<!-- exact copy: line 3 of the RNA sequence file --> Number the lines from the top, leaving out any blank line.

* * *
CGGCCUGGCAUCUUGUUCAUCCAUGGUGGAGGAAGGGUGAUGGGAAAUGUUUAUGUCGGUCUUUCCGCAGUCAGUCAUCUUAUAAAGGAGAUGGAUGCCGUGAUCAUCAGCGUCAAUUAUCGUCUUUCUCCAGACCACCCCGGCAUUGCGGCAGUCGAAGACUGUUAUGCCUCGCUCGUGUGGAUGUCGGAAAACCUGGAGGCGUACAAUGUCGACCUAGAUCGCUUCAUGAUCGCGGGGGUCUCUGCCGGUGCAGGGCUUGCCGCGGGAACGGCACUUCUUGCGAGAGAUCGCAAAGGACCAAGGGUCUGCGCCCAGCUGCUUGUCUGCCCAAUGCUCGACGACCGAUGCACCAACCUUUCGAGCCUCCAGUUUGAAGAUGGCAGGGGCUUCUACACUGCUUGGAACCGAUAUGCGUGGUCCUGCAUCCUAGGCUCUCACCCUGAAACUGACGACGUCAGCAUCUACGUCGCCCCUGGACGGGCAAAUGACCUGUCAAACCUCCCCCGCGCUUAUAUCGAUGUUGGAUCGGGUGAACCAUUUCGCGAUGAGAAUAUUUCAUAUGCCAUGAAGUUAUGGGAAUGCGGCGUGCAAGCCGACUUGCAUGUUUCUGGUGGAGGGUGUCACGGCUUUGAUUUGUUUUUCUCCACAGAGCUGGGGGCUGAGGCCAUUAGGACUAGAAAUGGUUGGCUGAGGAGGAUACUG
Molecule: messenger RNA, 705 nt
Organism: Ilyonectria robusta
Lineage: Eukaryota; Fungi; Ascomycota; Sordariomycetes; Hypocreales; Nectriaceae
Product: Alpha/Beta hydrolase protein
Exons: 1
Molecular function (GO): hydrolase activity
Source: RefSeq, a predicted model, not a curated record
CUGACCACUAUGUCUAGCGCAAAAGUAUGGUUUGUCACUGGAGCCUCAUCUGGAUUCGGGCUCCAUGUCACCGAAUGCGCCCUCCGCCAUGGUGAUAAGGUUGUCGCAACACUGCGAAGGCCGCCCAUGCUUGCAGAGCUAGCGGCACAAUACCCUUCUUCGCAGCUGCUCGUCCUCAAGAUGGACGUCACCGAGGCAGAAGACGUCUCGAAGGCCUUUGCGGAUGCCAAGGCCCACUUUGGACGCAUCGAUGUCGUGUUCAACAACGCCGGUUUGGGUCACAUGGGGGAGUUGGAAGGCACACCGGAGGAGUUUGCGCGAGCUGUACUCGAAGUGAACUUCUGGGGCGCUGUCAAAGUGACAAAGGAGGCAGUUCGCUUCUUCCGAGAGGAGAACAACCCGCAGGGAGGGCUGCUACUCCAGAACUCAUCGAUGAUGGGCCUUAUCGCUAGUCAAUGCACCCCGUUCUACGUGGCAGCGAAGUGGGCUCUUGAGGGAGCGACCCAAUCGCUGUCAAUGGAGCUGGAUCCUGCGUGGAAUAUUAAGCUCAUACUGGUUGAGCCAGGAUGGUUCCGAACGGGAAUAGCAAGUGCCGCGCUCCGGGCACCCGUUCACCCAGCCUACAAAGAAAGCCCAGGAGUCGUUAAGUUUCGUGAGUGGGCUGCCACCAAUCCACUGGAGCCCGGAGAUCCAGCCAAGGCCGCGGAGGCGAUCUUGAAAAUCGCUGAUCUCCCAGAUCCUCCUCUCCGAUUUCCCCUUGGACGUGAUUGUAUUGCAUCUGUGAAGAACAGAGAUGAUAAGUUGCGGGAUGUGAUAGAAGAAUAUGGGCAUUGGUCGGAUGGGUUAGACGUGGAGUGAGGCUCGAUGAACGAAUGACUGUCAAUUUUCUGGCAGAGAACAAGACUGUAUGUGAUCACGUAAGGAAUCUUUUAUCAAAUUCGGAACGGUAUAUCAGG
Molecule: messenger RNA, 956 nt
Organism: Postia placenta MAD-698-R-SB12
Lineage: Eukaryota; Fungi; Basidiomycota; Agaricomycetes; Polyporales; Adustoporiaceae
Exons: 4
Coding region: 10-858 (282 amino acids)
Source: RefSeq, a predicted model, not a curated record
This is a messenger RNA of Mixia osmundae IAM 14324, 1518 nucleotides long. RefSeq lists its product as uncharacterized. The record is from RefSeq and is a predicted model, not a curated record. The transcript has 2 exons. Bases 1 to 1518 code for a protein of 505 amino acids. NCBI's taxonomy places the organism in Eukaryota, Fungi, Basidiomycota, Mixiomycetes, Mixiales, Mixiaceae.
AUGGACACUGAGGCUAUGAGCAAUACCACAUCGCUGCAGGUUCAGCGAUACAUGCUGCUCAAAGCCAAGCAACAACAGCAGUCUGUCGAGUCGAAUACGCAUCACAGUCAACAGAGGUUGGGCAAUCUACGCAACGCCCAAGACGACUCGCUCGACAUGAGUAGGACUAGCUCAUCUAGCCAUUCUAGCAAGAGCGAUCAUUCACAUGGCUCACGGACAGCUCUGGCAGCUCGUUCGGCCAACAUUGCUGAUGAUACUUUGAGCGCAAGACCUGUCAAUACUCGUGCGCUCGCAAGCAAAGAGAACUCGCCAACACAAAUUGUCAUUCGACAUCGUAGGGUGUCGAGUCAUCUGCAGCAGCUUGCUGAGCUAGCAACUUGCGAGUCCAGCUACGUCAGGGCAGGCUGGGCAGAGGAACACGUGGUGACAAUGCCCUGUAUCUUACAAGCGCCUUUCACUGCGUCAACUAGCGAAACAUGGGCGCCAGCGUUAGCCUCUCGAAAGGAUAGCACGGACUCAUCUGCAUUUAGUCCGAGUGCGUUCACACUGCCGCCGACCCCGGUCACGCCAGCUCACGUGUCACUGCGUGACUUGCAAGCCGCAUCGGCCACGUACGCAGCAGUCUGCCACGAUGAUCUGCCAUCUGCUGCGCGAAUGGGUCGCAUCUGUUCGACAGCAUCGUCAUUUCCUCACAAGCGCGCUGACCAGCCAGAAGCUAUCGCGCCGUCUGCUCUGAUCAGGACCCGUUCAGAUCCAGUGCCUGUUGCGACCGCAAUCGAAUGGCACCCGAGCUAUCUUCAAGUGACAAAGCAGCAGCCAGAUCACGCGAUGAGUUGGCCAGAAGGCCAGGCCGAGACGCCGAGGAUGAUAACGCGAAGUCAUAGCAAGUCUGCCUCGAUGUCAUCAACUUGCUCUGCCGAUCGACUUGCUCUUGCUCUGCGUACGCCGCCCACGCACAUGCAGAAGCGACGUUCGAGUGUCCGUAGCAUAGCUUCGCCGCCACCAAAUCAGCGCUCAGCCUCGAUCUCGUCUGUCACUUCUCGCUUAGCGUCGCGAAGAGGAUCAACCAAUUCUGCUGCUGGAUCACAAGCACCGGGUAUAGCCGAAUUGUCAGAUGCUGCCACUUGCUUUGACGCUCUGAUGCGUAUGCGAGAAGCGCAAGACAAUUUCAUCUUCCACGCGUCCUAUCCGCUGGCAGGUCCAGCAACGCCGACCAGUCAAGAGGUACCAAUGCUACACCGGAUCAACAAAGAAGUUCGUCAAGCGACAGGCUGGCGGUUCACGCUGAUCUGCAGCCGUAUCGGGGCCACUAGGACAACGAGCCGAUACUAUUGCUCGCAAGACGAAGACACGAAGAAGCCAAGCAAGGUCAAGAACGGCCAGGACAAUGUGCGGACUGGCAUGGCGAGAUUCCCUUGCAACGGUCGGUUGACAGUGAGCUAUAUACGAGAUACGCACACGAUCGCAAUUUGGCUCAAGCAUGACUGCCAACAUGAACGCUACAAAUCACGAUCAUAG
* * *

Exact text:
Organism: Ilyonectria robusta